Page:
Hendrick’s Gin is an intriguing liquid.
Far from the ‘old’ spirit it’s often thought to be, it was only created in 1999 – making it far younger than the apothecary style bottle would have you think.
There are also those who would also suggest that it’s a little bit of a ‘one-trick wonder’ – the cucumber garnish being the feature most heavily leant on.
I’d have to quietly disagree.
As I believe I’ve mentioned before, Hendrick’s is a bit of a geek’s paradise. Using two separate stills in it’s creation to layer the flavours, at the end, essence of cucumber and rose to the liquid to create the final flavours. are added at the end.
As part of their Grand Tour of Enlightenment, Hendrick’s invited a number of those from the hospitality industry to delve into the ‘Quintessential Anthology of Gin in general and Hendrick’s in particular’. A journey through time, looking at juniper and juniper flavoured spirits – from the earliest uses of juniper as a medicine, through to the earliest juniper infused spirits – the earliest recipe for genever dates from the 13th century, whereas the earliest gin recipe known is from 1495.
But for me, far more fascinating, was a deeper view of the production methods behind Hendrick’s Gin.
Of the two stills used, the Carter-Head still is behind the more delicate floral flavours. During distillation the heated spirit passes over the botanicals which are held in a basket. This means that the spirit has less opportunity to permeate the botanicals and break down their cellular structure. Without as deep a reach as the spirit into the body of the herb or spice, the flavour is lighter and more gentle. A diagram and images of the Hendrick’s Gin still can be found here.
The Bennet Still is more traditional. There’s a period of direct maceration, before the heat applied. This producers deeper, heavier, oilier flavours.
At the end of both distillations processes, they are blended together and the cucumber and rose essences added to create the final product.
During the Tour of Enlightenment we were lucky enough to try these elements separately.
From the distillate from the Carter Head still with it’s light almost pretty notes, to those from the Bennett Still with it’s heavier flavours. With the cucumber and rose removed from the equation, they were pleasant, but not the quintessential Hendrick’s. The skill for that comes in the addition of the extra flavours, and in the blending.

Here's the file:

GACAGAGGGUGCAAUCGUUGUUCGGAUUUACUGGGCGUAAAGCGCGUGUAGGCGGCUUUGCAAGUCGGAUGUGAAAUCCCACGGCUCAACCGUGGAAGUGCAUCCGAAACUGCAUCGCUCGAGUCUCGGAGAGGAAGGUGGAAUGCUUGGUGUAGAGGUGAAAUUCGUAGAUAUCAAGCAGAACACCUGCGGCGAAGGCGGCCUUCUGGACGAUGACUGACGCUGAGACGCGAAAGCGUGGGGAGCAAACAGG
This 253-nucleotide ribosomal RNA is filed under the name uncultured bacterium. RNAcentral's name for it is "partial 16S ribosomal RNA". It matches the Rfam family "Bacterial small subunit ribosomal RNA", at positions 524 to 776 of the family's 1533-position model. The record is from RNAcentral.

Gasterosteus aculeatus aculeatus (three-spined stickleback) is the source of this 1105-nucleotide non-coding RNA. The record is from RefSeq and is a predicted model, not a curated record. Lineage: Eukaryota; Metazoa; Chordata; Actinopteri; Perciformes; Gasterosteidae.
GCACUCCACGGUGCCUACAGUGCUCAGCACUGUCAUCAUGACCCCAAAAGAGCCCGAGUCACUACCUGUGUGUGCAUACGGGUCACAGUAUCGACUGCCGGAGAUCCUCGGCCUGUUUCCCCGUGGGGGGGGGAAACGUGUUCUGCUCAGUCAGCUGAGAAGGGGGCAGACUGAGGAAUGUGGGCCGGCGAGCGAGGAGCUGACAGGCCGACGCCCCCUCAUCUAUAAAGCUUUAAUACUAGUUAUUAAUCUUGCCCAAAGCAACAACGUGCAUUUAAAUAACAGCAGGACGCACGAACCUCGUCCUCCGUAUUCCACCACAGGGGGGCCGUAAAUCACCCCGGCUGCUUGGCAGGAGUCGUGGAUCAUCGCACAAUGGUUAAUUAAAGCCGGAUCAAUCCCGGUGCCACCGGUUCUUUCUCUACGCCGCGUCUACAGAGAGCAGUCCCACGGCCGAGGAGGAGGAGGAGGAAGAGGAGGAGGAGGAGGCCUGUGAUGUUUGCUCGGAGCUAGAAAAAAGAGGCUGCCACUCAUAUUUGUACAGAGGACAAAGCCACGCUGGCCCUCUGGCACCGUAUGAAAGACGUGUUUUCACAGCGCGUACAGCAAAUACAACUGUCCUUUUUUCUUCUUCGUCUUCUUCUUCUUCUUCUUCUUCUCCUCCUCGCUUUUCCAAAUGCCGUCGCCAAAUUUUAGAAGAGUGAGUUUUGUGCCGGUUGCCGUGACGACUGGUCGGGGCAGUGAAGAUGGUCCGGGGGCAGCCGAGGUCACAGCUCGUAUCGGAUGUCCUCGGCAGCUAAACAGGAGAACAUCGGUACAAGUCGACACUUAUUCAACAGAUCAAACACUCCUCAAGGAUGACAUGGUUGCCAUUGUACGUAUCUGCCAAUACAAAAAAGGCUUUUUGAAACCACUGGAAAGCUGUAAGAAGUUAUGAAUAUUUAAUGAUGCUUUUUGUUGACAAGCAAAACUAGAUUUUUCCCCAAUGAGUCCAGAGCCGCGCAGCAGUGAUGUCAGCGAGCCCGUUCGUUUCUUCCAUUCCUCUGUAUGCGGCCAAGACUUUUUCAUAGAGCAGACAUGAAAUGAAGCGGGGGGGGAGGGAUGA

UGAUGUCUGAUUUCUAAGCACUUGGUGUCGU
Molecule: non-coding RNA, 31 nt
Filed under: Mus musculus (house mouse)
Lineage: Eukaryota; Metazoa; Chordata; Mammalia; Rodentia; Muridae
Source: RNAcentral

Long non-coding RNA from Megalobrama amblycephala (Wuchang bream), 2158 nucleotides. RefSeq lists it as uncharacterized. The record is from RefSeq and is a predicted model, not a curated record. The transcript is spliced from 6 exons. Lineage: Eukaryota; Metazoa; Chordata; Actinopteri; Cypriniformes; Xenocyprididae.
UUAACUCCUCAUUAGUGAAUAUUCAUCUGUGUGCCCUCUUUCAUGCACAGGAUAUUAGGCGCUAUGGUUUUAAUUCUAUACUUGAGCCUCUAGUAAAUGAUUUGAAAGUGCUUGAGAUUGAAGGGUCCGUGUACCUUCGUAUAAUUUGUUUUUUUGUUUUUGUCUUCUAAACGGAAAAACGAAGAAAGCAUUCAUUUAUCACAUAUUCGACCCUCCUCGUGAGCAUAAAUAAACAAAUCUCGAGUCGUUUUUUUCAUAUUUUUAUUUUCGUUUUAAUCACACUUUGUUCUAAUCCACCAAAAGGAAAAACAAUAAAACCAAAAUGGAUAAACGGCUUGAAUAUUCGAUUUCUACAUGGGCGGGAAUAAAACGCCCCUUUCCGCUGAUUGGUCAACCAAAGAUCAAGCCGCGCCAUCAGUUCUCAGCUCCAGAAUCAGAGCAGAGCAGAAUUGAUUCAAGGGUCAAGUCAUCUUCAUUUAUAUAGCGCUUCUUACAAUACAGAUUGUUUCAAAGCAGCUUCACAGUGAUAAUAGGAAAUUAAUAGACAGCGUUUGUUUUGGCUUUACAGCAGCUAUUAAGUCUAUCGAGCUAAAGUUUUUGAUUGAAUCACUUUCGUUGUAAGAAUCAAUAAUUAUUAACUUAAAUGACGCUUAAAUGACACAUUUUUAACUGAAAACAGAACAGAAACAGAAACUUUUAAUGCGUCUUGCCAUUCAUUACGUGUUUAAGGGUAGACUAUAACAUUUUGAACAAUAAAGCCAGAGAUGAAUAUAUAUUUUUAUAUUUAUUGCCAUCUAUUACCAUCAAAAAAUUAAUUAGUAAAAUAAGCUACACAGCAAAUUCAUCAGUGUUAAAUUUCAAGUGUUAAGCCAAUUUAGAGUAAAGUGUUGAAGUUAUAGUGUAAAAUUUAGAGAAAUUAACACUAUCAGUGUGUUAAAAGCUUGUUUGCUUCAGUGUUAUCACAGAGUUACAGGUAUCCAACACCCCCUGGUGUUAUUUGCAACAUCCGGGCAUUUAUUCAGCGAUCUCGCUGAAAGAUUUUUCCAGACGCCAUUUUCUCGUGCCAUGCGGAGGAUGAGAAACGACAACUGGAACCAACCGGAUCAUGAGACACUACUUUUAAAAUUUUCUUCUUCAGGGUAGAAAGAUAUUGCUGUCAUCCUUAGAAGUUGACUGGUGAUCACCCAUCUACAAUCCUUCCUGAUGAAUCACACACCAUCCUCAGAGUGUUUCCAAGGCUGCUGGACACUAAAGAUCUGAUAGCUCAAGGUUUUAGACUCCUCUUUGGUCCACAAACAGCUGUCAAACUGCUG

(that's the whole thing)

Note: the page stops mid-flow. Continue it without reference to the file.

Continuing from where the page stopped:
Rose and cucumber don’t distill well – heat causes them to become bitter and unpleasant. These are distilled separately in a vacuum still – the vacuum allows for distillation to occur at a lower temperature, avoiding the bitterness.
Finally it’s the skill of the Master Distiller in blending all these spirits together into one. Lesley Gracie is the Master Distiller for Hendrick’s and one of the top female distillers in the world.
A chemist by trade Lesley collaborated with Charles Gordon to create the perfect gin – joining him in his search in 1988. They finally succeeded in 1999 and she is now just one of four people who know the full recipe for Hendrick’s.
It’s her taste buds and her knowledge that allow for the final blending process and water is added to move Hendrick’s to it’s ‘perfect’ ABV – 41.4%.
The result is a light floral gin, still with a definite juniper backbone – but avoiding that heavy juniper scent at the forefront – making it a very accessible gin, and perhaps one of the biggest reasons for it’s popularity.
As for the cucumber garnish? I’d highly recommend rosemary, or if you like florals, rose petals as an alternative. Cucumber is great, but it’s not the only way.